I’m reviewing from a climbing perspective so any ski specific assessments will have to wait. Firstly this is not my usual type of climbing pack – I’m more the one big tube and maybe a single pocket type of person. However after a few routes I can see how the organisational features of this pack might help speed some things up, it also had a couple of features which were all-round time savers. Lets start with the little things that I liked. The belt pouch is nothing new, I first used them on the original KIMM sacs in the mid 80s but they are still a great idea especially in a traditional (not extreme) alpine setting where you’re not having to access your gear loops in extremis. Great for storing food for on the go access or a compact camera etc. The probe/shovel handle pocket was actually perfect for my trekking poles – totally secure and easy to stow with the added bonus that I wasn’t stuffing them inside the pack and possibly damaging clothing or my lunch! Additionally this storage meant there was no snag risk which can be the case if attached externally with bungees. However my two favourite features were the external soft flask pocket and the back zipper. I’ve obviously used soft flask shoulder strap pockets on running vests before but this was a first on an alpine pack. Guess what? It works just as well for a climber as for a runner – who’d have thought? 😉 There is a caveat here as I only used this pack on moderate AD type terrain and it’s conceivable the soft flask might annoy you on more technical ground but I didn’t get that impression personally. Likewise in full on winter conditions it would just freeze but for other occasions it encourages you to stay hydrated, you can actually sup without removing the flask, and it is dead easy to refill. Finally the zipped back panel. At first glance this may seem an odd, even an inconvenient design until you realise that it was made to actually ease on the go access. With the pack on (you must fasten the waist belt) you simply slip out of the shoulder straps and rotate the pack round in front of you so it sits like a little table. You can then access the contents using the zip. In many situations this made getting stuff out the pack easier as you didn’t need to totally remove it, hold or wedge it to stop it sliding off somewhere. With a fully loaded pack re-zipping became a bit more difficult (think zipping an overstuffed duffle) and I think the zipper would be more user friendly if it was double ended but overall great for reducing stopping time. The ‘Extrem Box’ is a nice idea in some ways – a simple and protected place to stash crampons quickly without fear of damaging other kit but it is not the most efficient use of space especially in a small sac. I ended up stashing ice screws and other pro in with the crampons so as not to waste space. When not needed for crampons it does have the side benefit of being an insulated box for food and drink – perhaps even a chilled beer? #ithoughtyouddrawthelineathaulingice 😉 There were the odd negatives here and there. One that I’ve come across before with Salomon is the desire to reinvent the wheel, a case in point being sternum strap buckle on the X-alp 23 which is a nifty pincer design – works fine but no better than a fastex and if it breaks it’ll be a pain to replace. I’m all for innovation but this particular example has no obvious benefits.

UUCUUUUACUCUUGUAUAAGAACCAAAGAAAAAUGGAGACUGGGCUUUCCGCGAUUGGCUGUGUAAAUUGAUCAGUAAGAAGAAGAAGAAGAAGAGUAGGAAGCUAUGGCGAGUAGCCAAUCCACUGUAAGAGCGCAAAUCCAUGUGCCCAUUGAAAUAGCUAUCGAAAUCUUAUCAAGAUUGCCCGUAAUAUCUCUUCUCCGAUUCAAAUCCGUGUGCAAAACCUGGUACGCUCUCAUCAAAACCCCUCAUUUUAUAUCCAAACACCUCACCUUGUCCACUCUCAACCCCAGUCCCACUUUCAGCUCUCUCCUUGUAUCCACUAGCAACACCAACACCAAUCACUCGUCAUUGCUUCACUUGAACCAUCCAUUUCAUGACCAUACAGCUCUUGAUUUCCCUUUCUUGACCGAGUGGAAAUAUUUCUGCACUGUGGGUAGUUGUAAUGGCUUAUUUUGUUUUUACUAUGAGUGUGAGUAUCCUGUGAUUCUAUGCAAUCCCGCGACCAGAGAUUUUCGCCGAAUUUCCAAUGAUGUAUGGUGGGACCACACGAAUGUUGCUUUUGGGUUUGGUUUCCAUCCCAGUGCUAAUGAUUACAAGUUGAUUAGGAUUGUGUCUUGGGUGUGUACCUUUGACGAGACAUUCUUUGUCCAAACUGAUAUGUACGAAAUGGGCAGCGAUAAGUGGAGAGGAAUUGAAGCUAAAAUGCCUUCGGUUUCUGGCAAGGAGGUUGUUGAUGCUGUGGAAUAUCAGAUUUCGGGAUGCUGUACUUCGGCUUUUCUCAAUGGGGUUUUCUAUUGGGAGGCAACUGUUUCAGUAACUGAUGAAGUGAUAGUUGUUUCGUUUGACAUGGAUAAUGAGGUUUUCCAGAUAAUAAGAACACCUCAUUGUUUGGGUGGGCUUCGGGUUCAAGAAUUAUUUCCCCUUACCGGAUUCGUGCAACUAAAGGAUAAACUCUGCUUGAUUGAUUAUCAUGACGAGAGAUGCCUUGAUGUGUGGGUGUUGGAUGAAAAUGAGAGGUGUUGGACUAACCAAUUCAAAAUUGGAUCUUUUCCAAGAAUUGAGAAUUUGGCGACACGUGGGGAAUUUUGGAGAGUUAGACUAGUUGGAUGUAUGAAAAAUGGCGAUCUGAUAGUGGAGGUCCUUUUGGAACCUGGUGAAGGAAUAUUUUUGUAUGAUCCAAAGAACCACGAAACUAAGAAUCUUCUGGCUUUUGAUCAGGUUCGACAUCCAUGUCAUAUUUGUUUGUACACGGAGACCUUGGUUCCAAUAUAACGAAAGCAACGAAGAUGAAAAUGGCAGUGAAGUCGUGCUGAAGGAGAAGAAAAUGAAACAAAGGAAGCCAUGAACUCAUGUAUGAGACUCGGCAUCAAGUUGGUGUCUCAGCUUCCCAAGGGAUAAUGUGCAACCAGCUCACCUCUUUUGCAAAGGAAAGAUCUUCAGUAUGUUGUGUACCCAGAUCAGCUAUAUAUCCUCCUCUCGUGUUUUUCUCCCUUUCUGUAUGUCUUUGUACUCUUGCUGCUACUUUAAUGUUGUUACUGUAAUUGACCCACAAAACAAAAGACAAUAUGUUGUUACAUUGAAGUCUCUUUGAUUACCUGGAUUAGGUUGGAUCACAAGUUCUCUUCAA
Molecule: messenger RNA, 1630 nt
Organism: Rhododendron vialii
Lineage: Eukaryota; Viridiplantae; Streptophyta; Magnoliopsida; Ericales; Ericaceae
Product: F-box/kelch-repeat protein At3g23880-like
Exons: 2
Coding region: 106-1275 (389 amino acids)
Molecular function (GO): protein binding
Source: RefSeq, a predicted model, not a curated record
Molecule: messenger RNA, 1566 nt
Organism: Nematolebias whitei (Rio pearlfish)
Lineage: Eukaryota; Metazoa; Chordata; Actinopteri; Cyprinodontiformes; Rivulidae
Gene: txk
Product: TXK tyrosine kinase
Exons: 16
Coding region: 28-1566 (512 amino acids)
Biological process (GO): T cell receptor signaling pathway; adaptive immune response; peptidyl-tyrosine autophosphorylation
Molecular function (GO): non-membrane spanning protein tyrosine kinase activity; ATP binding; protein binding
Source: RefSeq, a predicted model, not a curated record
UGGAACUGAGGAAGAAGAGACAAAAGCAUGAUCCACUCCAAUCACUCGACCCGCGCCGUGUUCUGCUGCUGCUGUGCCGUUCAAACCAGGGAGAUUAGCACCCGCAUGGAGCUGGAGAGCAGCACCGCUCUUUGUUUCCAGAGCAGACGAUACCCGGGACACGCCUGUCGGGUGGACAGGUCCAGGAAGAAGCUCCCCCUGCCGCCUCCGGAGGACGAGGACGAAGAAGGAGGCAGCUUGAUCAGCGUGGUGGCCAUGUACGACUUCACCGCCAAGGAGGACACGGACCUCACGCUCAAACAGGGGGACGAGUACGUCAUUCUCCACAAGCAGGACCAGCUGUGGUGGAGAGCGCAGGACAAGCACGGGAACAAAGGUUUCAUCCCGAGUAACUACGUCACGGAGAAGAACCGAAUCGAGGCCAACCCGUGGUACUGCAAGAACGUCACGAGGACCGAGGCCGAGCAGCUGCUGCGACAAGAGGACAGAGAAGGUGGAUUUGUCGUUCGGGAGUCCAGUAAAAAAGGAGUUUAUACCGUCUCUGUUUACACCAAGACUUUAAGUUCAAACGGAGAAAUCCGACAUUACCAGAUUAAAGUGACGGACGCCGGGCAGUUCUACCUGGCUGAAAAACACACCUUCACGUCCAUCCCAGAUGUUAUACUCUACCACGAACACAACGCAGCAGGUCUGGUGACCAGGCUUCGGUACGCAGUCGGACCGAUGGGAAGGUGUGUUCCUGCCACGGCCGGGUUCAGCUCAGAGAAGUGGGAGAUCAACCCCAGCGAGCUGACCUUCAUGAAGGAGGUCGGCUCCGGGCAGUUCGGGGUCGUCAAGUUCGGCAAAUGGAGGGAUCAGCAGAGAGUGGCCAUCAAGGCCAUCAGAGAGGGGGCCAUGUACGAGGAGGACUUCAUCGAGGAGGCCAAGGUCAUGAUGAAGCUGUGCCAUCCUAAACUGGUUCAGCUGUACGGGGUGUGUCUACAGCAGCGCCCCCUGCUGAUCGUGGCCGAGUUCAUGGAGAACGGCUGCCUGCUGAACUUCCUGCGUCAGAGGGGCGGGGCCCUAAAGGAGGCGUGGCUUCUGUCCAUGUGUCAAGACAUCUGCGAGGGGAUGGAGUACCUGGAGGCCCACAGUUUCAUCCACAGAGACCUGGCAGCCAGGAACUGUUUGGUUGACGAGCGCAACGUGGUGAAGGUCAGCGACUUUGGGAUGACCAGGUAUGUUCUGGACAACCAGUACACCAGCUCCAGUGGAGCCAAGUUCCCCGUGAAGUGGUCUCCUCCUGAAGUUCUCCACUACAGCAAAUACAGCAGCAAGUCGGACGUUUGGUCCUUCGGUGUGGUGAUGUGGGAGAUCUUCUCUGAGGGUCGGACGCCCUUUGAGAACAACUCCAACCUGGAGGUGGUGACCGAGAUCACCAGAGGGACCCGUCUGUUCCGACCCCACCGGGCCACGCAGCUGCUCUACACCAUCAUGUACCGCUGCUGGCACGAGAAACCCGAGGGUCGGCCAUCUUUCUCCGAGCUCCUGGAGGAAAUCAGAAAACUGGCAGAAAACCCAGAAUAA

Overall this is a neat little sac, especially if you’re the sort of climber who has a place for everything and everything in its place. The harness design is superb – the pack moves with you without interfering which is great for more athletic pursuits. The design definitely speeds up some operations like drinking on the go, quick access to food, crampons and even the main pack. However the partitions make the sac less versatile and a bit heavy – it weighs as much as my 35+litre alpine sac (pushing 700g) and this will put many ‘fast and light’ buyers off. You would struggle to fit a full mixed rack and spare clothing in for technical routes however for day hits from a lift etc. providing you don’t need to stash too large a rack it is nigh on perfect.
- Super stable and comfortable
- Fast organised access
- Durable (for a lightweight sac)
- Lacks versatility
Richie is the enthusiastic amateur of the team. Enjoying all aspects of climbing but especially alpine, winter and his local grit . Having managed to survive the vagaries of both fluorescent Koflachs and rainbow tights in the 80s he looks forward to an even more stylish future. A shady past in mountain marathons and adventure races, including the Marathon des Sables, means he’s an advocate of fast and light. Though the former is debatable if you’ve seen him on a tricky lead!
Disclaimer – CGR reviewers are never paid to provide a review and the website does not take advertising. We are a bunch of keen climbers and travellers that accept sample products and offer an honest and independent review of the item. The reviewer will often keep the sample after reviewing it for both hygiene reasons and more often they’re in no fit state to return!